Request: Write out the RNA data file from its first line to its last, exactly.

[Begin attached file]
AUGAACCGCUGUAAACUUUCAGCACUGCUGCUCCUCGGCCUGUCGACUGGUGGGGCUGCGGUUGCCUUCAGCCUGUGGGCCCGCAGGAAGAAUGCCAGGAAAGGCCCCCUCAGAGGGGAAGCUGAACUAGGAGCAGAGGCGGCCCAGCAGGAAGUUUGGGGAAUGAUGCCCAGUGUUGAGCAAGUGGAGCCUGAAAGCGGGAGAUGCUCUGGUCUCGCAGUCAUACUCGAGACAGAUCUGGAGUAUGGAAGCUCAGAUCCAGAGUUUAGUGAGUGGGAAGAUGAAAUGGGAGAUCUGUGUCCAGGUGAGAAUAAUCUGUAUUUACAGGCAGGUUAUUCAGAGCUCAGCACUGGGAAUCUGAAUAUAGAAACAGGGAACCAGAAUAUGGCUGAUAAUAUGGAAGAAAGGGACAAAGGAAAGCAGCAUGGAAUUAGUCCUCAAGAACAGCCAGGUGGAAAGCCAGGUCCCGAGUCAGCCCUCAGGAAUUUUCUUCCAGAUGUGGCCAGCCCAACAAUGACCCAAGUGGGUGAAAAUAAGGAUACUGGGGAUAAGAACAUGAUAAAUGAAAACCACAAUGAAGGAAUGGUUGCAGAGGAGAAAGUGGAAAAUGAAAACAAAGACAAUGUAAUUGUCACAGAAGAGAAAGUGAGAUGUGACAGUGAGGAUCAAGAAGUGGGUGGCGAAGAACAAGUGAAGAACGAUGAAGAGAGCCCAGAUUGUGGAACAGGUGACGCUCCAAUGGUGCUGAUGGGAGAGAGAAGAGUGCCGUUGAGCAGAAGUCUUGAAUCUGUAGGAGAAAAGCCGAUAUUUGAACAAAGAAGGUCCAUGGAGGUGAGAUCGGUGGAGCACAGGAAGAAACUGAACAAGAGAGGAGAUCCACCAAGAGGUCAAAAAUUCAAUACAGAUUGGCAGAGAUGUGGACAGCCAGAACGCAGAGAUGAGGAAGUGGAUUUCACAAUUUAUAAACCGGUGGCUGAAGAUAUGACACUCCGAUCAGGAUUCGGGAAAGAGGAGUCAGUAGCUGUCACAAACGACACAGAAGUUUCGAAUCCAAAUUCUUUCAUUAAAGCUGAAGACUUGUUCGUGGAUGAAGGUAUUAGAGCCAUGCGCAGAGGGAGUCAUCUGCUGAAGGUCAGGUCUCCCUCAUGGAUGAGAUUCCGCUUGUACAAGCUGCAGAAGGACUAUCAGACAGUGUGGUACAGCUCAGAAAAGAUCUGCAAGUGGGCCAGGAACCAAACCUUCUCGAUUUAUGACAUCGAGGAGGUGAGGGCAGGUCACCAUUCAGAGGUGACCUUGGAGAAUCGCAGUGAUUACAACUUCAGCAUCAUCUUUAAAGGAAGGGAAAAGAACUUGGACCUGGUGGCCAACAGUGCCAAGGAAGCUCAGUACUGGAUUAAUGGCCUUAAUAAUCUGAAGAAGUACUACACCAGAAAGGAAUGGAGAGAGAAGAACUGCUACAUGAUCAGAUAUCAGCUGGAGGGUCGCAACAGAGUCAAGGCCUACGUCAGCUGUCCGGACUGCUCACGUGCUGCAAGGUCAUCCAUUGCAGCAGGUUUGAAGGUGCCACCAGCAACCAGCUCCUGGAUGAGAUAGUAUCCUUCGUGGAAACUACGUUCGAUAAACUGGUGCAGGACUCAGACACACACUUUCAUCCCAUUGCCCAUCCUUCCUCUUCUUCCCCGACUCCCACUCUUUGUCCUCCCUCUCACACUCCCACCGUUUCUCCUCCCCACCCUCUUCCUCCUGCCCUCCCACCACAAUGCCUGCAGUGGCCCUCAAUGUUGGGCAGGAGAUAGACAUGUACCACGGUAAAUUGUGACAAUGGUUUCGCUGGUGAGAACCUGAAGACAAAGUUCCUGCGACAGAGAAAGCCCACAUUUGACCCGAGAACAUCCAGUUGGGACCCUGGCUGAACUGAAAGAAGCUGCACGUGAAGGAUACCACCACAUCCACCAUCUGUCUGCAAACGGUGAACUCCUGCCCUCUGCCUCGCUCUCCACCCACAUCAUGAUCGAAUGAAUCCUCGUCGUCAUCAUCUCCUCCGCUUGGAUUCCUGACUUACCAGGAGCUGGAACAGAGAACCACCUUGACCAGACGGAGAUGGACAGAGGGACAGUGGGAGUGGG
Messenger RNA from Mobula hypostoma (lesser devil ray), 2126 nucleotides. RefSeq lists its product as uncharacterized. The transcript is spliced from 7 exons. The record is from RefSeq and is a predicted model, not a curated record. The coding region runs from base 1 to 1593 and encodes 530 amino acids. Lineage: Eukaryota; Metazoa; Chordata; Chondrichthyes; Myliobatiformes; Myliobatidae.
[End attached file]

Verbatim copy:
AUGAACCGCUGUAAACUUUCAGCACUGCUGCUCCUCGGCCUGUCGACUGGUGGGGCUGCGGUUGCCUUCAGCCUGUGGGCCCGCAGGAAGAAUGCCAGGAAAGGCCCCCUCAGAGGGGAAGCUGAACUAGGAGCAGAGGCGGCCCAGCAGGAAGUUUGGGGAAUGAUGCCCAGUGUUGAGCAAGUGGAGCCUGAAAGCGGGAGAUGCUCUGGUCUCGCAGUCAUACUCGAGACAGAUCUGGAGUAUGGAAGCUCAGAUCCAGAGUUUAGUGAGUGGGAAGAUGAAAUGGGAGAUCUGUGUCCAGGUGAGAAUAAUCUGUAUUUACAGGCAGGUUAUUCAGAGCUCAGCACUGGGAAUCUGAAUAUAGAAACAGGGAACCAGAAUAUGGCUGAUAAUAUGGAAGAAAGGGACAAAGGAAAGCAGCAUGGAAUUAGUCCUCAAGAACAGCCAGGUGGAAAGCCAGGUCCCGAGUCAGCCCUCAGGAAUUUUCUUCCAGAUGUGGCCAGCCCAACAAUGACCCAAGUGGGUGAAAAUAAGGAUACUGGGGAUAAGAACAUGAUAAAUGAAAACCACAAUGAAGGAAUGGUUGCAGAGGAGAAAGUGGAAAAUGAAAACAAAGACAAUGUAAUUGUCACAGAAGAGAAAGUGAGAUGUGACAGUGAGGAUCAAGAAGUGGGUGGCGAAGAACAAGUGAAGAACGAUGAAGAGAGCCCAGAUUGUGGAACAGGUGACGCUCCAAUGGUGCUGAUGGGAGAGAGAAGAGUGCCGUUGAGCAGAAGUCUUGAAUCUGUAGGAGAAAAGCCGAUAUUUGAACAAAGAAGGUCCAUGGAGGUGAGAUCGGUGGAGCACAGGAAGAAACUGAACAAGAGAGGAGAUCCACCAAGAGGUCAAAAAUUCAAUACAGAUUGGCAGAGAUGUGGACAGCCAGAACGCAGAGAUGAGGAAGUGGAUUUCACAAUUUAUAAACCGGUGGCUGAAGAUAUGACACUCCGAUCAGGAUUCGGGAAAGAGGAGUCAGUAGCUGUCACAAACGACACAGAAGUUUCGAAUCCAAAUUCUUUCAUUAAAGCUGAAGACUUGUUCGUGGAUGAAGGUAUUAGAGCCAUGCGCAGAGGGAGUCAUCUGCUGAAGGUCAGGUCUCCCUCAUGGAUGAGAUUCCGCUUGUACAAGCUGCAGAAGGACUAUCAGACAGUGUGGUACAGCUCAGAAAAGAUCUGCAAGUGGGCCAGGAACCAAACCUUCUCGAUUUAUGACAUCGAGGAGGUGAGGGCAGGUCACCAUUCAGAGGUGACCUUGGAGAAUCGCAGUGAUUACAACUUCAGCAUCAUCUUUAAAGGAAGGGAAAAGAACUUGGACCUGGUGGCCAACAGUGCCAAGGAAGCUCAGUACUGGAUUAAUGGCCUUAAUAAUCUGAAGAAGUACUACACCAGAAAGGAAUGGAGAGAGAAGAACUGCUACAUGAUCAGAUAUCAGCUGGAGGGUCGCAACAGAGUCAAGGCCUACGUCAGCUGUCCGGACUGCUCACGUGCUGCAAGGUCAUCCAUUGCAGCAGGUUUGAAGGUGCCACCAGCAACCAGCUCCUGGAUGAGAUAGUAUCCUUCGUGGAAACUACGUUCGAUAAACUGGUGCAGGACUCAGACACACACUUUCAUCCCAUUGCCCAUCCUUCCUCUUCUUCCCCGACUCCCACUCUUUGUCCUCCCUCUCACACUCCCACCGUUUCUCCUCCCCACCCUCUUCCUCCUGCCCUCCCACCACAAUGCCUGCAGUGGCCCUCAAUGUUGGGCAGGAGAUAGACAUGUACCACGGUAAAUUGUGACAAUGGUUUCGCUGGUGAGAACCUGAAGACAAAGUUCCUGCGACAGAGAAAGCCCACAUUUGACCCGAGAACAUCCAGUUGGGACCCUGGCUGAACUGAAAGAAGCUGCACGUGAAGGAUACCACCACAUCCACCAUCUGUCUGCAAACGGUGAACUCCUGCCCUCUGCCUCGCUCUCCACCCACAUCAUGAUCGAAUGAAUCCUCGUCGUCAUCAUCUCCUCCGCUUGGAUUCCUGACUUACCAGGAGCUGGAACAGAGAACCACCUUGACCAGACGGAGAUGGACAGAGGGACAGUGGGAGUGGG
Messenger RNA from Mobula hypostoma (lesser devil ray), 2126 nucleotides. RefSeq lists its product as uncharacterized. The transcript is spliced from 7 exons. The record is from RefSeq and is a predicted model, not a curated record. The coding region runs from base 1 to 1593 and encodes 530 amino acids. Lineage: Eukaryota; Metazoa; Chordata; Chondrichthyes; Myliobatiformes; Myliobatidae.